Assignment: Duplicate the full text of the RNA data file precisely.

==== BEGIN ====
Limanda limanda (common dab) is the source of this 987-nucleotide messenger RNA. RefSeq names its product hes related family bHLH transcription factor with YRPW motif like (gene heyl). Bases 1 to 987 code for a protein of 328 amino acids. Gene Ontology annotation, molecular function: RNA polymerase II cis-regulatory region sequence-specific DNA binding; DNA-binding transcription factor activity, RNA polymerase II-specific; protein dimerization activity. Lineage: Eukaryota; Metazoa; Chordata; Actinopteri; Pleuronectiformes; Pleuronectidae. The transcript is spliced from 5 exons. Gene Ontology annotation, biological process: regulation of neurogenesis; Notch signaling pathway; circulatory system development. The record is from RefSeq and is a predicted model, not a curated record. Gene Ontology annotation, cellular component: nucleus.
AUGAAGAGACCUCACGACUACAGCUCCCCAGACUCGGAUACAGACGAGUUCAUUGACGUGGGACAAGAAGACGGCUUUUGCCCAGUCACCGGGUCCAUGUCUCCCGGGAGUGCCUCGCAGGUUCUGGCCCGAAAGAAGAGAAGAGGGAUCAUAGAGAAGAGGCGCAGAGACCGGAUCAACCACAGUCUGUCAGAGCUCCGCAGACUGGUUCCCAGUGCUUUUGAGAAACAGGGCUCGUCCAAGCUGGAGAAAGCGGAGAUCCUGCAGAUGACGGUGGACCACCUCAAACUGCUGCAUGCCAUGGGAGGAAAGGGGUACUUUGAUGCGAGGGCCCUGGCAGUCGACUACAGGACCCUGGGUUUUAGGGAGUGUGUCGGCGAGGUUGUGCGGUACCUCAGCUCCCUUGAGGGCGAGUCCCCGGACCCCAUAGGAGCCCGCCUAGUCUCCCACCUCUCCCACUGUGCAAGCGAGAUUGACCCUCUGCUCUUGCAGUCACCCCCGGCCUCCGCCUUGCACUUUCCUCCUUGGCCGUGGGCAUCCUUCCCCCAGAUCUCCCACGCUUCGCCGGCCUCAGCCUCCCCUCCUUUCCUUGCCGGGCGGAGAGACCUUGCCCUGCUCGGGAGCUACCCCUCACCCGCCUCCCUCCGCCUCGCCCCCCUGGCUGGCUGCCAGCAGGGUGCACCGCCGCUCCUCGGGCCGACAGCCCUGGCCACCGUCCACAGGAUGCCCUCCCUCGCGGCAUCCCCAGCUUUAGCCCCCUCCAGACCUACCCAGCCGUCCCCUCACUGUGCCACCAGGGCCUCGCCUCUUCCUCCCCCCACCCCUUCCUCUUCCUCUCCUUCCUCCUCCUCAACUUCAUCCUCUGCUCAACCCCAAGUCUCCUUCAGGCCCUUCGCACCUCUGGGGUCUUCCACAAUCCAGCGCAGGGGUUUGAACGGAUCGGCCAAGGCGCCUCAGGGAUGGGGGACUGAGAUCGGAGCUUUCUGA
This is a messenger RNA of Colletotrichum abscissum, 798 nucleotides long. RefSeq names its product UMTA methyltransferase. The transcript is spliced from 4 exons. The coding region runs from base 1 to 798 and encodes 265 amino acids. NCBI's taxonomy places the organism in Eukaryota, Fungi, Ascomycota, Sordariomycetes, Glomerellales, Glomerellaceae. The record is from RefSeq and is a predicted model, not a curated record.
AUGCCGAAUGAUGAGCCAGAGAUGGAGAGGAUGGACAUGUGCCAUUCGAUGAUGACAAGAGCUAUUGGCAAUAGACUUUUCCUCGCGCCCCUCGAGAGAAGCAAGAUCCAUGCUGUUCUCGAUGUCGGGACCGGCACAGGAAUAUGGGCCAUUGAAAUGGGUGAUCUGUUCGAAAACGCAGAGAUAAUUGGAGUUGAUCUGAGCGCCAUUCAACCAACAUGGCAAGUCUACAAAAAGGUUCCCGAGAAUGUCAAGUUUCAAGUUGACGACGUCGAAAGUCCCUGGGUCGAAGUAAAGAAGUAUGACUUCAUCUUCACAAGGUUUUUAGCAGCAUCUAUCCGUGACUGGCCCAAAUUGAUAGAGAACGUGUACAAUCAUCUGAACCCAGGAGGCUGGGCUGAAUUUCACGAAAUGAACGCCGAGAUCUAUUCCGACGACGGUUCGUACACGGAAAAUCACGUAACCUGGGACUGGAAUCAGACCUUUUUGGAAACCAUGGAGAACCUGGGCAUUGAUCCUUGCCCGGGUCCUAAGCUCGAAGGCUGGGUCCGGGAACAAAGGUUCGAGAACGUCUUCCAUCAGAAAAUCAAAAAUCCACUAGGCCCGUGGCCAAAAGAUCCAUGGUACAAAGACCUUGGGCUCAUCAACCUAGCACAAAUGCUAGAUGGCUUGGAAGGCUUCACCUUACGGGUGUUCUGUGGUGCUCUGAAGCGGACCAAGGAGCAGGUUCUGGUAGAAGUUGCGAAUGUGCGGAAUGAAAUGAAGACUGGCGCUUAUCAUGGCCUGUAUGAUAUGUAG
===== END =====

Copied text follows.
Limanda limanda (common dab) is the source of this 987-nucleotide messenger RNA. RefSeq names its product hes related family bHLH transcription factor with YRPW motif like (gene heyl). Bases 1 to 987 code for a protein of 328 amino acids. Gene Ontology annotation, molecular function: RNA polymerase II cis-regulatory region sequence-specific DNA binding; DNA-binding transcription factor activity, RNA polymerase II-specific; protein dimerization activity. Lineage: Eukaryota; Metazoa; Chordata; Actinopteri; Pleuronectiformes; Pleuronectidae. The transcript is spliced from 5 exons. Gene Ontology annotation, biological process: regulation of neurogenesis; Notch signaling pathway; circulatory system development. The record is from RefSeq and is a predicted model, not a curated record. Gene Ontology annotation, cellular component: nucleus.
AUGAAGAGACCUCACGACUACAGCUCCCCAGACUCGGAUACAGACGAGUUCAUUGACGUGGGACAAGAAGACGGCUUUUGCCCAGUCACCGGGUCCAUGUCUCCCGGGAGUGCCUCGCAGGUUCUGGCCCGAAAGAAGAGAAGAGGGAUCAUAGAGAAGAGGCGCAGAGACCGGAUCAACCACAGUCUGUCAGAGCUCCGCAGACUGGUUCCCAGUGCUUUUGAGAAACAGGGCUCGUCCAAGCUGGAGAAAGCGGAGAUCCUGCAGAUGACGGUGGACCACCUCAAACUGCUGCAUGCCAUGGGAGGAAAGGGGUACUUUGAUGCGAGGGCCCUGGCAGUCGACUACAGGACCCUGGGUUUUAGGGAGUGUGUCGGCGAGGUUGUGCGGUACCUCAGCUCCCUUGAGGGCGAGUCCCCGGACCCCAUAGGAGCCCGCCUAGUCUCCCACCUCUCCCACUGUGCAAGCGAGAUUGACCCUCUGCUCUUGCAGUCACCCCCGGCCUCCGCCUUGCACUUUCCUCCUUGGCCGUGGGCAUCCUUCCCCCAGAUCUCCCACGCUUCGCCGGCCUCAGCCUCCCCUCCUUUCCUUGCCGGGCGGAGAGACCUUGCCCUGCUCGGGAGCUACCCCUCACCCGCCUCCCUCCGCCUCGCCCCCCUGGCUGGCUGCCAGCAGGGUGCACCGCCGCUCCUCGGGCCGACAGCCCUGGCCACCGUCCACAGGAUGCCCUCCCUCGCGGCAUCCCCAGCUUUAGCCCCCUCCAGACCUACCCAGCCGUCCCCUCACUGUGCCACCAGGGCCUCGCCUCUUCCUCCCCCCACCCCUUCCUCUUCCUCUCCUUCCUCCUCCUCAACUUCAUCCUCUGCUCAACCCCAAGUCUCCUUCAGGCCCUUCGCACCUCUGGGGUCUUCCACAAUCCAGCGCAGGGGUUUGAACGGAUCGGCCAAGGCGCCUCAGGGAUGGGGGACUGAGAUCGGAGCUUUCUGA
This is a messenger RNA of Colletotrichum abscissum, 798 nucleotides long. RefSeq names its product UMTA methyltransferase. The transcript is spliced from 4 exons. The coding region runs from base 1 to 798 and encodes 265 amino acids. NCBI's taxonomy places the organism in Eukaryota, Fungi, Ascomycota, Sordariomycetes, Glomerellales, Glomerellaceae. The record is from RefSeq and is a predicted model, not a curated record.
AUGCCGAAUGAUGAGCCAGAGAUGGAGAGGAUGGACAUGUGCCAUUCGAUGAUGACAAGAGCUAUUGGCAAUAGACUUUUCCUCGCGCCCCUCGAGAGAAGCAAGAUCCAUGCUGUUCUCGAUGUCGGGACCGGCACAGGAAUAUGGGCCAUUGAAAUGGGUGAUCUGUUCGAAAACGCAGAGAUAAUUGGAGUUGAUCUGAGCGCCAUUCAACCAACAUGGCAAGUCUACAAAAAGGUUCCCGAGAAUGUCAAGUUUCAAGUUGACGACGUCGAAAGUCCCUGGGUCGAAGUAAAGAAGUAUGACUUCAUCUUCACAAGGUUUUUAGCAGCAUCUAUCCGUGACUGGCCCAAAUUGAUAGAGAACGUGUACAAUCAUCUGAACCCAGGAGGCUGGGCUGAAUUUCACGAAAUGAACGCCGAGAUCUAUUCCGACGACGGUUCGUACACGGAAAAUCACGUAACCUGGGACUGGAAUCAGACCUUUUUGGAAACCAUGGAGAACCUGGGCAUUGAUCCUUGCCCGGGUCCUAAGCUCGAAGGCUGGGUCCGGGAACAAAGGUUCGAGAACGUCUUCCAUCAGAAAAUCAAAAAUCCACUAGGCCCGUGGCCAAAAGAUCCAUGGUACAAAGACCUUGGGCUCAUCAACCUAGCACAAAUGCUAGAUGGCUUGGAAGGCUUCACCUUACGGGUGUUCUGUGGUGCUCUGAAGCGGACCAAGGAGCAGGUUCUGGUAGAAGUUGCGAAUGUGCGGAAUGAAAUGAAGACUGGCGCUUAUCAUGGCCUGUAUGAUAUGUAG